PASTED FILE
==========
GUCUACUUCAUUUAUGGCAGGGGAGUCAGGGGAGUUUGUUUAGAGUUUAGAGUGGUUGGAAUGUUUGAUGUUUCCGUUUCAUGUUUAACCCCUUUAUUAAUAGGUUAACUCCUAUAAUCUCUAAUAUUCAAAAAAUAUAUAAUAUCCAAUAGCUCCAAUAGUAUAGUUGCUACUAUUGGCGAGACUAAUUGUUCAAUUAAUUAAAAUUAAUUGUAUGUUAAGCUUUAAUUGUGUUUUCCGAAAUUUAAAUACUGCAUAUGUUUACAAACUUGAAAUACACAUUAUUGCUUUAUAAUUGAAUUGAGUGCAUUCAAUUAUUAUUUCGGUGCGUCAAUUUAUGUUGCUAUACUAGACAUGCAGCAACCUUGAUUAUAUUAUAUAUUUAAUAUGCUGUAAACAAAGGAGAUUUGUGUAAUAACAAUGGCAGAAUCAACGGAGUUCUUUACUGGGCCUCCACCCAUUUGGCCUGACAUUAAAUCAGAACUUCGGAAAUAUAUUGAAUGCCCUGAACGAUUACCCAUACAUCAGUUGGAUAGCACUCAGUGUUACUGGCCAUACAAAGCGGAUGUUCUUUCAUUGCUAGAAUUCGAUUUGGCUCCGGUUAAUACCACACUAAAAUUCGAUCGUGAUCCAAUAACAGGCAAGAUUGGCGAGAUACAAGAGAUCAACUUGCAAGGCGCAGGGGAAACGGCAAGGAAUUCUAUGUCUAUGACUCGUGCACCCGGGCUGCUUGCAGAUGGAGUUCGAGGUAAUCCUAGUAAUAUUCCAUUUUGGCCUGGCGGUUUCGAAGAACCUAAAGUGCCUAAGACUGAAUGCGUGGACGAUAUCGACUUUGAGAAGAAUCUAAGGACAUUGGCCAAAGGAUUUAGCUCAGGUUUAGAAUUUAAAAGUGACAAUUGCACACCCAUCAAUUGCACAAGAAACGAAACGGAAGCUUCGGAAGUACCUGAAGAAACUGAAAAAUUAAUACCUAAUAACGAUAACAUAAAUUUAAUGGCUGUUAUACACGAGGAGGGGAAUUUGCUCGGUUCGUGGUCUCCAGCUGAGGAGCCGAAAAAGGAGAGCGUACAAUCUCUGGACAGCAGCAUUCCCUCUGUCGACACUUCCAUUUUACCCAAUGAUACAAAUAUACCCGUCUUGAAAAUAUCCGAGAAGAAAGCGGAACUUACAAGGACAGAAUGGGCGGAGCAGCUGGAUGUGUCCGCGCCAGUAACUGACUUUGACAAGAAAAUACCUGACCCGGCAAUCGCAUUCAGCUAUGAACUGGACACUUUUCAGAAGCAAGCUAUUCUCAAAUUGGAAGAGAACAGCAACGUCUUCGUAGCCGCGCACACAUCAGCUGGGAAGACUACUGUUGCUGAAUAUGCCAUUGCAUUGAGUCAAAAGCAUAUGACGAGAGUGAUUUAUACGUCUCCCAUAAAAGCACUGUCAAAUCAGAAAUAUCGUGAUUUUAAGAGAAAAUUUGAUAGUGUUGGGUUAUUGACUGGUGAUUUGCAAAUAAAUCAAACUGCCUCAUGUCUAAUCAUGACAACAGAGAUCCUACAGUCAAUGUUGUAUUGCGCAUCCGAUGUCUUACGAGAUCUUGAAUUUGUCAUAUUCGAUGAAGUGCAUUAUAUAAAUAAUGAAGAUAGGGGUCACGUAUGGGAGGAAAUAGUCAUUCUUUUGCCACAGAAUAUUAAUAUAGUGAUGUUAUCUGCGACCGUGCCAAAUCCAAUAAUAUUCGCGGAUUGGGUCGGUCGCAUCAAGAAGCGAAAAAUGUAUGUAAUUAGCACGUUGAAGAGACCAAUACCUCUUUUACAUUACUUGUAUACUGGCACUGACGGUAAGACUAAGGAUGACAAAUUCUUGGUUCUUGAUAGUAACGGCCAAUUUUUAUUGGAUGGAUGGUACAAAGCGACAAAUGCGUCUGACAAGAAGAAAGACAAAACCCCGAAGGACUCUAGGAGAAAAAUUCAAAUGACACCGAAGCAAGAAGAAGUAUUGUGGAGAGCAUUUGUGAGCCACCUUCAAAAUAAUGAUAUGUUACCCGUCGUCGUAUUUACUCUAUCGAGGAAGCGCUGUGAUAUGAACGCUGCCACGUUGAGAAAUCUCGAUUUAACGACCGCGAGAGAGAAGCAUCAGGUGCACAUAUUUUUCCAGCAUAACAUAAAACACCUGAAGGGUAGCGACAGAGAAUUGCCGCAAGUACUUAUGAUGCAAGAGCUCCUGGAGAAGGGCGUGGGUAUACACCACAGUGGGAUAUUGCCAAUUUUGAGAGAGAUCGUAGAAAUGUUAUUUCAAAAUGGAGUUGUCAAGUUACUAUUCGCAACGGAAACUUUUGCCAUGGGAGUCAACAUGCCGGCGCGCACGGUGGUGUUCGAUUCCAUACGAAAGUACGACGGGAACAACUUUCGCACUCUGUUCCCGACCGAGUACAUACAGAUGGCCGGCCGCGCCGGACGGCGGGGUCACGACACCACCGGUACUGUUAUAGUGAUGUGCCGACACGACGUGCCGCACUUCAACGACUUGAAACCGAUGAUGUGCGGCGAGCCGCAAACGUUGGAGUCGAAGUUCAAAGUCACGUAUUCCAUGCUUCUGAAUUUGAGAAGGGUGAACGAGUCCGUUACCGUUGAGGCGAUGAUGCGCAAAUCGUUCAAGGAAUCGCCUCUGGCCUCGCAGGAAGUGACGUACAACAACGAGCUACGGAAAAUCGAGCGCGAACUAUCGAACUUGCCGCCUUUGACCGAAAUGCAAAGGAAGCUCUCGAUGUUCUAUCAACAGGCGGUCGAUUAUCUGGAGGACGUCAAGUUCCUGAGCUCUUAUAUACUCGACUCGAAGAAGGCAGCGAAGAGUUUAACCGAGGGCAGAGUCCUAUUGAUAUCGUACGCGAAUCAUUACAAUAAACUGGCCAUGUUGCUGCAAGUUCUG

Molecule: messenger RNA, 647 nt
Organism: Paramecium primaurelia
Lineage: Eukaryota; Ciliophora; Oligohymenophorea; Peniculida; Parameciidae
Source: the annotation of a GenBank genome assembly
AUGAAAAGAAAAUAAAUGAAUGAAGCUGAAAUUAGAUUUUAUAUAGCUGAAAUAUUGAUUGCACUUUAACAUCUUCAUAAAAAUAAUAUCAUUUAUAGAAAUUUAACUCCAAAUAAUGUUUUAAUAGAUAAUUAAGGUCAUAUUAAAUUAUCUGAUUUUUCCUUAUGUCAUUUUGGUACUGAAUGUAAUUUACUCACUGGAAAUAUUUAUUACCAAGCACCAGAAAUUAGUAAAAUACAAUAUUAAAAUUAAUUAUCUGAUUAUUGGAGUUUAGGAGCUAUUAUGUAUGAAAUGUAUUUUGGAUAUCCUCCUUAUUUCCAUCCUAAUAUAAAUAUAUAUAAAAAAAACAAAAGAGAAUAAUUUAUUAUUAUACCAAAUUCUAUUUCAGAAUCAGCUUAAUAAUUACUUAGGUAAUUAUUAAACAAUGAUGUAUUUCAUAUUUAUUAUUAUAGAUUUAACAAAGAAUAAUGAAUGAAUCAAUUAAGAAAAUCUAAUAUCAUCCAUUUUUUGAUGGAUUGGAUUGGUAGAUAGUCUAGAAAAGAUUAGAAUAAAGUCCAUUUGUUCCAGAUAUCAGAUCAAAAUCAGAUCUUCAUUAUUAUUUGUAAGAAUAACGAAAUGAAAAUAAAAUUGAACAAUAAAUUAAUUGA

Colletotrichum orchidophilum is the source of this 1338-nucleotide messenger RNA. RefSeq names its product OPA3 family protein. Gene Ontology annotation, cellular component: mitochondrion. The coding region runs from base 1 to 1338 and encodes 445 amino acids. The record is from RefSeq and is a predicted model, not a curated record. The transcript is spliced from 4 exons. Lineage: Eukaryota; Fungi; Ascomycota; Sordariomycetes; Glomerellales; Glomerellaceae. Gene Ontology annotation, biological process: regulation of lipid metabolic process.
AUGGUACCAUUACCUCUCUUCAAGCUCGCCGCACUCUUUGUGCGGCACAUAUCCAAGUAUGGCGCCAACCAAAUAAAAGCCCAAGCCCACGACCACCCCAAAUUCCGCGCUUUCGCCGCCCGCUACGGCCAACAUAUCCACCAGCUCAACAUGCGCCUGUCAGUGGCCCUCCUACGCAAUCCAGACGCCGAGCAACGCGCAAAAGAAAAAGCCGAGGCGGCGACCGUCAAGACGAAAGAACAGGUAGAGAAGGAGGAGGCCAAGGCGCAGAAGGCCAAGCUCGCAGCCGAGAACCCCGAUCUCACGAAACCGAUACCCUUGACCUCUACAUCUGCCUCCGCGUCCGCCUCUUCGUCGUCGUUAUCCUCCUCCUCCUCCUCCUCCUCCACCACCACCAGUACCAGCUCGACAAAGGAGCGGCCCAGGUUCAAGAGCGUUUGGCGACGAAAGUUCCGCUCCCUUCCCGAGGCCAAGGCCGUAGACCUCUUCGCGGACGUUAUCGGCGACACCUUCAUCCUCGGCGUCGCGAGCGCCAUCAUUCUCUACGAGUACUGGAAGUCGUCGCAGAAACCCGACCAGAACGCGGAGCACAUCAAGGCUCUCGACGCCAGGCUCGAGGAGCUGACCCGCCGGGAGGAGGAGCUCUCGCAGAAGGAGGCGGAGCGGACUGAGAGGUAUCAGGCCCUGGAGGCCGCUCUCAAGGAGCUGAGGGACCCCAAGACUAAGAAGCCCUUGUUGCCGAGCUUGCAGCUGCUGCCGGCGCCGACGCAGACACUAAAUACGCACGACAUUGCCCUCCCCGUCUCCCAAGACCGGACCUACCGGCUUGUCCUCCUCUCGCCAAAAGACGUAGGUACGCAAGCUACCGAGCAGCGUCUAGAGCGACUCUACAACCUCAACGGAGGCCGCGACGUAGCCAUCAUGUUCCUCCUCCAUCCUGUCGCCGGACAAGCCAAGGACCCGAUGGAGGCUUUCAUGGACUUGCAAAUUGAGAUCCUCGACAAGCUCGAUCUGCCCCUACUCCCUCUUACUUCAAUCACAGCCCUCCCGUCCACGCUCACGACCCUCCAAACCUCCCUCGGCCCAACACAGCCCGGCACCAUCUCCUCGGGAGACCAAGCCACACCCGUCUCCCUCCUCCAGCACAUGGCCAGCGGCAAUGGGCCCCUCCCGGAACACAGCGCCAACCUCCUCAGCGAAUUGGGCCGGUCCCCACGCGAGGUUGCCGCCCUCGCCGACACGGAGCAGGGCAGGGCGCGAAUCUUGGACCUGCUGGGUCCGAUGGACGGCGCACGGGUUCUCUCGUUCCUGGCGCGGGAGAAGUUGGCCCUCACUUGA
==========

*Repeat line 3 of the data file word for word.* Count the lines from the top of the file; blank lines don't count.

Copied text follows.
Organism: Paramecium primaurelia